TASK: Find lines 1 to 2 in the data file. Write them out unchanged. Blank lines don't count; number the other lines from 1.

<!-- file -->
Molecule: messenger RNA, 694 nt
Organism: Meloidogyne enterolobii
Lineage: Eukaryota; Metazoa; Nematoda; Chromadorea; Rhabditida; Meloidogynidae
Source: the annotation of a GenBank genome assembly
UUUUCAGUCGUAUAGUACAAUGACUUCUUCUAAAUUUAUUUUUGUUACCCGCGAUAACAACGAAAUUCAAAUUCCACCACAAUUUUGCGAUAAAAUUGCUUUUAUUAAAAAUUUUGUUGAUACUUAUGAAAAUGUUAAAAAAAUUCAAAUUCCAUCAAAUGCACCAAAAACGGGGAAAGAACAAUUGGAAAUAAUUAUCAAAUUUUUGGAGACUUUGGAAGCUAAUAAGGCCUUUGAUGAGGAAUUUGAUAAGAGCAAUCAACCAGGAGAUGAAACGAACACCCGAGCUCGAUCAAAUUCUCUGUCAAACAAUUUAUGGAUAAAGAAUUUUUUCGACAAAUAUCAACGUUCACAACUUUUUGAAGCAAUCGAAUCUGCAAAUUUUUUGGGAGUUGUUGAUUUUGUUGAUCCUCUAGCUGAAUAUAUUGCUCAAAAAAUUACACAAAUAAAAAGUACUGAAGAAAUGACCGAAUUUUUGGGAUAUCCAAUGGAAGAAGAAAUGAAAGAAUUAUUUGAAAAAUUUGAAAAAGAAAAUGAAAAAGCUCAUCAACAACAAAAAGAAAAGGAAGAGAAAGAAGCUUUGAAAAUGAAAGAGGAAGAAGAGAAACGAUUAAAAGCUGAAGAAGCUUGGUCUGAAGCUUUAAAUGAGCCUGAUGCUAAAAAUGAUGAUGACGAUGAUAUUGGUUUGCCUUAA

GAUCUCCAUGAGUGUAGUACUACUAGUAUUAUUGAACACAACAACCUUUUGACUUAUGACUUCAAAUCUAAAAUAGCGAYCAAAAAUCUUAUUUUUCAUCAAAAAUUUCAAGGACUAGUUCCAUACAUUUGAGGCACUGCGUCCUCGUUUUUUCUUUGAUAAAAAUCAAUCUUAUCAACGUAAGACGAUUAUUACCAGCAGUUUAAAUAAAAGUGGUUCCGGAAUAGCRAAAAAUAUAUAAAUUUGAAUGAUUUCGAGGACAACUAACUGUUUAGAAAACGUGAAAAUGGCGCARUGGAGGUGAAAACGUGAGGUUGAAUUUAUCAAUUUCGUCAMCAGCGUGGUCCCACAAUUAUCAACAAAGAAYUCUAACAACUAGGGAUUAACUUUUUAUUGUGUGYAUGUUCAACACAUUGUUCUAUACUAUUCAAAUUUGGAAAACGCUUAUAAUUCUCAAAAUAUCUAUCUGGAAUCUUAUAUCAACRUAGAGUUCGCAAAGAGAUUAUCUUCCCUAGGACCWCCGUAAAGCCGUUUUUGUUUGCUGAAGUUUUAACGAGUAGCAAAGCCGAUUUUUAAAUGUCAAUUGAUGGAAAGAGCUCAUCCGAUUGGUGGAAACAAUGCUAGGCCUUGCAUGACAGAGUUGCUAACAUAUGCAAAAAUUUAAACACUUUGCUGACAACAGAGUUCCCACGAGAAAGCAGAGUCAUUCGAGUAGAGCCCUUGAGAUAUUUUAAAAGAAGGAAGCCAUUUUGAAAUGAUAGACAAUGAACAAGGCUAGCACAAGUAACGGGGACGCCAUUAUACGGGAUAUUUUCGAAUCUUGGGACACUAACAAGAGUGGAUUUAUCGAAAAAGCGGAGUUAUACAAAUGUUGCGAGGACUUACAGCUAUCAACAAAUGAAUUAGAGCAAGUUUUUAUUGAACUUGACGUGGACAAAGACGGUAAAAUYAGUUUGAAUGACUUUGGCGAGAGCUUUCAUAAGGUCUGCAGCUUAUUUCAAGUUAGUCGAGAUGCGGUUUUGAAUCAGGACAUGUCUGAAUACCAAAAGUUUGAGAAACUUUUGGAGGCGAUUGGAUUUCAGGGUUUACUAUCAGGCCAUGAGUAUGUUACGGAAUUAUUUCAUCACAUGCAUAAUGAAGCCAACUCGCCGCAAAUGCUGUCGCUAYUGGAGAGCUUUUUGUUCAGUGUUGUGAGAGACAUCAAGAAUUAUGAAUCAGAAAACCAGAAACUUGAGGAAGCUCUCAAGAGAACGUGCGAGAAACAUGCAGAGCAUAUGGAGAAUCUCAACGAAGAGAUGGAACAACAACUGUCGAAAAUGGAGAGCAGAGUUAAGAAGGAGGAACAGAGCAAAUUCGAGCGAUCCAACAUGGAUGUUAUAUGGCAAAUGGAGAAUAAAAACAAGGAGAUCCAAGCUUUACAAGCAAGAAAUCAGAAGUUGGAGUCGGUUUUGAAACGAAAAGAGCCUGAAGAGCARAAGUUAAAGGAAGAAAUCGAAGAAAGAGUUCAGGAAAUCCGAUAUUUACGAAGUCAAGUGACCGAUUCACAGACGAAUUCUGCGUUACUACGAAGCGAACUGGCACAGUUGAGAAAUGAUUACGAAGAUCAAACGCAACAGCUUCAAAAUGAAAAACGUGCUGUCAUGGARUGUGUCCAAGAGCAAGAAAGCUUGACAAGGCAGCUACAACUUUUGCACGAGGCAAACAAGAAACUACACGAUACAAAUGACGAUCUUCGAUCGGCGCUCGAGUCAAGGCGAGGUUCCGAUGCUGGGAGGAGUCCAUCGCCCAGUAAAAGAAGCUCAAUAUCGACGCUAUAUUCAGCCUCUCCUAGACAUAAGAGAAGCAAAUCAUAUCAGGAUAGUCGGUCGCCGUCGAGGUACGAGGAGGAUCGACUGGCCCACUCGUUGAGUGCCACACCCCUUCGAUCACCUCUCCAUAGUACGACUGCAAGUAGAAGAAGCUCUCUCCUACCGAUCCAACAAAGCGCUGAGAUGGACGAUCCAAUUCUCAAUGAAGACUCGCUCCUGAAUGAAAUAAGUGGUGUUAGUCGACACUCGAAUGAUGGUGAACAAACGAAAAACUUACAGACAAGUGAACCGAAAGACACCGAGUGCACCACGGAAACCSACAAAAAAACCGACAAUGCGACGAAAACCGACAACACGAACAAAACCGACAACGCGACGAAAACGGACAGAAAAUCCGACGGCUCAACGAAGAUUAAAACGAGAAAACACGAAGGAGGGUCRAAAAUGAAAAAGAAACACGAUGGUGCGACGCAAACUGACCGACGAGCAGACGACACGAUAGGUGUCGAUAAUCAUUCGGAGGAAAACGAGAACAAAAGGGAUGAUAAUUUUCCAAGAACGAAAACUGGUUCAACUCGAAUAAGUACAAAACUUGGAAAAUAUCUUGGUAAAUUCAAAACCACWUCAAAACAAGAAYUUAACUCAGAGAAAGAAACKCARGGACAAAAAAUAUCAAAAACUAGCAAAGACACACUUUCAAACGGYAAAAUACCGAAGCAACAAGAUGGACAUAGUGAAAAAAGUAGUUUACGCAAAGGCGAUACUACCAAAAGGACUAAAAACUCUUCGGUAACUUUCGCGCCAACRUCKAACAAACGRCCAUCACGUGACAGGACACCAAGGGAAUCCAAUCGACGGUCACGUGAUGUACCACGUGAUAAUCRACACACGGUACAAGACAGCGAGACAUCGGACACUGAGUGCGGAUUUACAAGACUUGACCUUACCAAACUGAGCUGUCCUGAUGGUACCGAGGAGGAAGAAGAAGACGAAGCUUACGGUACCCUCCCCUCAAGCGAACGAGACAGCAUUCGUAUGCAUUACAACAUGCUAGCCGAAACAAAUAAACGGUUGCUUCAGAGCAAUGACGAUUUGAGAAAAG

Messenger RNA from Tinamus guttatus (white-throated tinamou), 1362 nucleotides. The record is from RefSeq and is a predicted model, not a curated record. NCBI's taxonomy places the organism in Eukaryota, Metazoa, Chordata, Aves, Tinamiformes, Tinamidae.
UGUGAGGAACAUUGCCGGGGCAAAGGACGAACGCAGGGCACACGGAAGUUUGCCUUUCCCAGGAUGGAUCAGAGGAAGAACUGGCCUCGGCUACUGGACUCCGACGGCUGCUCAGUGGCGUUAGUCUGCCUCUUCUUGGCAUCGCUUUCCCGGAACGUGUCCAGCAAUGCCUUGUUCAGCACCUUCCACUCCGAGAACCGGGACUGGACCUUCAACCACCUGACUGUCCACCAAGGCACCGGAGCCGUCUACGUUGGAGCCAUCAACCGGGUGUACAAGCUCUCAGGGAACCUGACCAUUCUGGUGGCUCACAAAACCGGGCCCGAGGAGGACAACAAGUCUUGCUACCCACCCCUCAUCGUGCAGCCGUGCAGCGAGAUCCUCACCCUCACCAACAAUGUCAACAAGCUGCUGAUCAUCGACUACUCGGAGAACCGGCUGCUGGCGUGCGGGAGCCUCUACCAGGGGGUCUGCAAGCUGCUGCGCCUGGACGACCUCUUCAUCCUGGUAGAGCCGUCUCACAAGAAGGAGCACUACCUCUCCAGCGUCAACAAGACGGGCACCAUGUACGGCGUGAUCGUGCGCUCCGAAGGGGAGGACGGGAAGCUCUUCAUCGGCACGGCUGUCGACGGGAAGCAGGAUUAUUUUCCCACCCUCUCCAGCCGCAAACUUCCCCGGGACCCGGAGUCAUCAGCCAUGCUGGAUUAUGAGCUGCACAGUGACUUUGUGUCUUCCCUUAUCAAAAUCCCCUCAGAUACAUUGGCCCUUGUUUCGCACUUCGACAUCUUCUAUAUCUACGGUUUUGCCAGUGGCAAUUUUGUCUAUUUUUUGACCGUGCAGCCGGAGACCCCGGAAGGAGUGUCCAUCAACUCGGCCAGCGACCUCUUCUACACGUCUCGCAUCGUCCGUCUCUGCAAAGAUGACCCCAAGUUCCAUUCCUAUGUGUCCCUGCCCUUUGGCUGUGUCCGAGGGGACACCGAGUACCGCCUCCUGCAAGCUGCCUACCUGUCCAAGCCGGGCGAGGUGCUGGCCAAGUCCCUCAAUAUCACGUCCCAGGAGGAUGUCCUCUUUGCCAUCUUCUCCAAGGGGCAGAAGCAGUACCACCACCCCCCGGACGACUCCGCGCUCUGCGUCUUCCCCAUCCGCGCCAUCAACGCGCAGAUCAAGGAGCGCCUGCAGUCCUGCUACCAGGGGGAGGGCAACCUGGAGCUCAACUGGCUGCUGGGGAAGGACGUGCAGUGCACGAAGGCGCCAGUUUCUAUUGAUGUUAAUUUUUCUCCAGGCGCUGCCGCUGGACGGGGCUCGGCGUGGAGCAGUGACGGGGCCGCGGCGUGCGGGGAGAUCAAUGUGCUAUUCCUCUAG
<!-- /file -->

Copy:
Molecule: messenger RNA, 694 nt
Organism: Meloidogyne enterolobii